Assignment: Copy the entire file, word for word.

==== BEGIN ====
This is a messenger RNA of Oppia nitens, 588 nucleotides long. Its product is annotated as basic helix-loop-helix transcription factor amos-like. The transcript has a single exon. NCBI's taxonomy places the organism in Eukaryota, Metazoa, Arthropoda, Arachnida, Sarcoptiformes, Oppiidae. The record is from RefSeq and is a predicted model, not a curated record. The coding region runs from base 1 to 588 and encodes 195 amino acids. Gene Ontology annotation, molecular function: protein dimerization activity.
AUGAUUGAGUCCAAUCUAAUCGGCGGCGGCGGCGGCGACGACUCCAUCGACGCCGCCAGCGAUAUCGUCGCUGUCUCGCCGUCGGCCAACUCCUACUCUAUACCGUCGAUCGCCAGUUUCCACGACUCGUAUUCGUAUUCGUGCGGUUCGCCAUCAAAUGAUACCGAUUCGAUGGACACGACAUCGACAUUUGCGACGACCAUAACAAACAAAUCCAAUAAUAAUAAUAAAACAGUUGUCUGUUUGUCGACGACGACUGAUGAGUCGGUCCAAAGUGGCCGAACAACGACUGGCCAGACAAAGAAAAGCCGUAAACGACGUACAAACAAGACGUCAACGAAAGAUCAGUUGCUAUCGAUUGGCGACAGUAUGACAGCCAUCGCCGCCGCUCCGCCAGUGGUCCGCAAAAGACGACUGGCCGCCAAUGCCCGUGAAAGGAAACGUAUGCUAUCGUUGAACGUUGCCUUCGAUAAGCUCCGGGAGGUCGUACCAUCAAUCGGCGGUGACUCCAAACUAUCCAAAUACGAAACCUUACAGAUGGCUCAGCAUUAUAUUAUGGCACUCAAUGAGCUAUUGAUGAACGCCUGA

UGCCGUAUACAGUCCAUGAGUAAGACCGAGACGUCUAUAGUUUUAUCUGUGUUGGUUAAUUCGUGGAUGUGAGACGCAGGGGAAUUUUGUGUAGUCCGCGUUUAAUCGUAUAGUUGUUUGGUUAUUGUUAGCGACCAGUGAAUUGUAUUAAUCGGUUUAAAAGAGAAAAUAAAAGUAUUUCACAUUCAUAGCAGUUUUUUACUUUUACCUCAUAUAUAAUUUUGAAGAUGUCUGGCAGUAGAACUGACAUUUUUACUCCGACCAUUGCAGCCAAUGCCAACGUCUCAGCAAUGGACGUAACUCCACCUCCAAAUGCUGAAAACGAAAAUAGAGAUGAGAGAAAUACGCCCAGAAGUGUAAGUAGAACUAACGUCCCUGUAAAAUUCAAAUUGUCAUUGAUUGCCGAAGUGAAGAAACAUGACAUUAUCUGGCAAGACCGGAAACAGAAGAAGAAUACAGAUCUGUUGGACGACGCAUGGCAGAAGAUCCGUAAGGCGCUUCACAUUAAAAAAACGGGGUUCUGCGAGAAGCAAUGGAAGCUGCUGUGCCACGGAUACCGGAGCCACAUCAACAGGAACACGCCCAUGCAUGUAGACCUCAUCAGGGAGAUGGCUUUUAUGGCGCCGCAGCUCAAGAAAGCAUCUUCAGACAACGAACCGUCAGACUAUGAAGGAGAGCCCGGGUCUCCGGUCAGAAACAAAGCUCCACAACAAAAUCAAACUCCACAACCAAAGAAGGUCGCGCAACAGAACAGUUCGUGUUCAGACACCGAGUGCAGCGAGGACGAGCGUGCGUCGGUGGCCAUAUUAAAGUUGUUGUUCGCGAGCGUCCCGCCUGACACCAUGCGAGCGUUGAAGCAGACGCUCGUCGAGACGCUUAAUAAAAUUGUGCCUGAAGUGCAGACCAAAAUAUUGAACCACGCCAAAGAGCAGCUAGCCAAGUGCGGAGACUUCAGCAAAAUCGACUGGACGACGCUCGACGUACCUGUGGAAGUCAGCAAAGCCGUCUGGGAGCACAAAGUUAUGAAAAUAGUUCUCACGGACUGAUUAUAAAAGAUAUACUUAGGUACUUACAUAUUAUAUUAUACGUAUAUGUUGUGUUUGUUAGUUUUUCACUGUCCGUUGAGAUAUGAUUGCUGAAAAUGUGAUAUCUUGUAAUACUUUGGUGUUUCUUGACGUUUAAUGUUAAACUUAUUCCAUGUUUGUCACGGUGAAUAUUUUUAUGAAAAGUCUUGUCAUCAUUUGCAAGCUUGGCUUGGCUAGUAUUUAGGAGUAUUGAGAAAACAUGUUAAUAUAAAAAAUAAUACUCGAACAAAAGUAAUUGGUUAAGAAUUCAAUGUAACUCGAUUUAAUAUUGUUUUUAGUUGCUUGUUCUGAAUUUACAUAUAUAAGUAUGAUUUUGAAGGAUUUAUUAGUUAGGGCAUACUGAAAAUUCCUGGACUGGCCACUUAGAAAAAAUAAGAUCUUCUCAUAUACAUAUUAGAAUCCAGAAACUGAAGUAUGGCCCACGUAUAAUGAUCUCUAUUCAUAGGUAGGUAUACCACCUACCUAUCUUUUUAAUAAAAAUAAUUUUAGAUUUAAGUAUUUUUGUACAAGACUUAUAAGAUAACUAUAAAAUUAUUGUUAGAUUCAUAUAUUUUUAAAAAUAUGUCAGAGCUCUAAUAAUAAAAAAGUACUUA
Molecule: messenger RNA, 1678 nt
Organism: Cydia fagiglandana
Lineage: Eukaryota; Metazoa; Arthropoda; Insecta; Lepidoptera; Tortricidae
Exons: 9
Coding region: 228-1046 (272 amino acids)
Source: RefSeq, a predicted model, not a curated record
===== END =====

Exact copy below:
This is a messenger RNA of Oppia nitens, 588 nucleotides long. Its product is annotated as basic helix-loop-helix transcription factor amos-like. The transcript has a single exon. NCBI's taxonomy places the organism in Eukaryota, Metazoa, Arthropoda, Arachnida, Sarcoptiformes, Oppiidae. The record is from RefSeq and is a predicted model, not a curated record. The coding region runs from base 1 to 588 and encodes 195 amino acids. Gene Ontology annotation, molecular function: protein dimerization activity.
AUGAUUGAGUCCAAUCUAAUCGGCGGCGGCGGCGGCGACGACUCCAUCGACGCCGCCAGCGAUAUCGUCGCUGUCUCGCCGUCGGCCAACUCCUACUCUAUACCGUCGAUCGCCAGUUUCCACGACUCGUAUUCGUAUUCGUGCGGUUCGCCAUCAAAUGAUACCGAUUCGAUGGACACGACAUCGACAUUUGCGACGACCAUAACAAACAAAUCCAAUAAUAAUAAUAAAACAGUUGUCUGUUUGUCGACGACGACUGAUGAGUCGGUCCAAAGUGGCCGAACAACGACUGGCCAGACAAAGAAAAGCCGUAAACGACGUACAAACAAGACGUCAACGAAAGAUCAGUUGCUAUCGAUUGGCGACAGUAUGACAGCCAUCGCCGCCGCUCCGCCAGUGGUCCGCAAAAGACGACUGGCCGCCAAUGCCCGUGAAAGGAAACGUAUGCUAUCGUUGAACGUUGCCUUCGAUAAGCUCCGGGAGGUCGUACCAUCAAUCGGCGGUGACUCCAAACUAUCCAAAUACGAAACCUUACAGAUGGCUCAGCAUUAUAUUAUGGCACUCAAUGAGCUAUUGAUGAACGCCUGA

UGCCGUAUACAGUCCAUGAGUAAGACCGAGACGUCUAUAGUUUUAUCUGUGUUGGUUAAUUCGUGGAUGUGAGACGCAGGGGAAUUUUGUGUAGUCCGCGUUUAAUCGUAUAGUUGUUUGGUUAUUGUUAGCGACCAGUGAAUUGUAUUAAUCGGUUUAAAAGAGAAAAUAAAAGUAUUUCACAUUCAUAGCAGUUUUUUACUUUUACCUCAUAUAUAAUUUUGAAGAUGUCUGGCAGUAGAACUGACAUUUUUACUCCGACCAUUGCAGCCAAUGCCAACGUCUCAGCAAUGGACGUAACUCCACCUCCAAAUGCUGAAAACGAAAAUAGAGAUGAGAGAAAUACGCCCAGAAGUGUAAGUAGAACUAACGUCCCUGUAAAAUUCAAAUUGUCAUUGAUUGCCGAAGUGAAGAAACAUGACAUUAUCUGGCAAGACCGGAAACAGAAGAAGAAUACAGAUCUGUUGGACGACGCAUGGCAGAAGAUCCGUAAGGCGCUUCACAUUAAAAAAACGGGGUUCUGCGAGAAGCAAUGGAAGCUGCUGUGCCACGGAUACCGGAGCCACAUCAACAGGAACACGCCCAUGCAUGUAGACCUCAUCAGGGAGAUGGCUUUUAUGGCGCCGCAGCUCAAGAAAGCAUCUUCAGACAACGAACCGUCAGACUAUGAAGGAGAGCCCGGGUCUCCGGUCAGAAACAAAGCUCCACAACAAAAUCAAACUCCACAACCAAAGAAGGUCGCGCAACAGAACAGUUCGUGUUCAGACACCGAGUGCAGCGAGGACGAGCGUGCGUCGGUGGCCAUAUUAAAGUUGUUGUUCGCGAGCGUCCCGCCUGACACCAUGCGAGCGUUGAAGCAGACGCUCGUCGAGACGCUUAAUAAAAUUGUGCCUGAAGUGCAGACCAAAAUAUUGAACCACGCCAAAGAGCAGCUAGCCAAGUGCGGAGACUUCAGCAAAAUCGACUGGACGACGCUCGACGUACCUGUGGAAGUCAGCAAAGCCGUCUGGGAGCACAAAGUUAUGAAAAUAGUUCUCACGGACUGAUUAUAAAAGAUAUACUUAGGUACUUACAUAUUAUAUUAUACGUAUAUGUUGUGUUUGUUAGUUUUUCACUGUCCGUUGAGAUAUGAUUGCUGAAAAUGUGAUAUCUUGUAAUACUUUGGUGUUUCUUGACGUUUAAUGUUAAACUUAUUCCAUGUUUGUCACGGUGAAUAUUUUUAUGAAAAGUCUUGUCAUCAUUUGCAAGCUUGGCUUGGCUAGUAUUUAGGAGUAUUGAGAAAACAUGUUAAUAUAAAAAAUAAUACUCGAACAAAAGUAAUUGGUUAAGAAUUCAAUGUAACUCGAUUUAAUAUUGUUUUUAGUUGCUUGUUCUGAAUUUACAUAUAUAAGUAUGAUUUUGAAGGAUUUAUUAGUUAGGGCAUACUGAAAAUUCCUGGACUGGCCACUUAGAAAAAAUAAGAUCUUCUCAUAUACAUAUUAGAAUCCAGAAACUGAAGUAUGGCCCACGUAUAAUGAUCUCUAUUCAUAGGUAGGUAUACCACCUACCUAUCUUUUUAAUAAAAAUAAUUUUAGAUUUAAGUAUUUUUGUACAAGACUUAUAAGAUAACUAUAAAAUUAUUGUUAGAUUCAUAUAUUUUUAAAAAUAUGUCAGAGCUCUAAUAAUAAAAAAGUACUUA
Molecule: messenger RNA, 1678 nt
Organism: Cydia fagiglandana
Lineage: Eukaryota; Metazoa; Arthropoda; Insecta; Lepidoptera; Tortricidae
Exons: 9
Coding region: 228-1046 (272 amino acids)
Source: RefSeq, a predicted model, not a curated record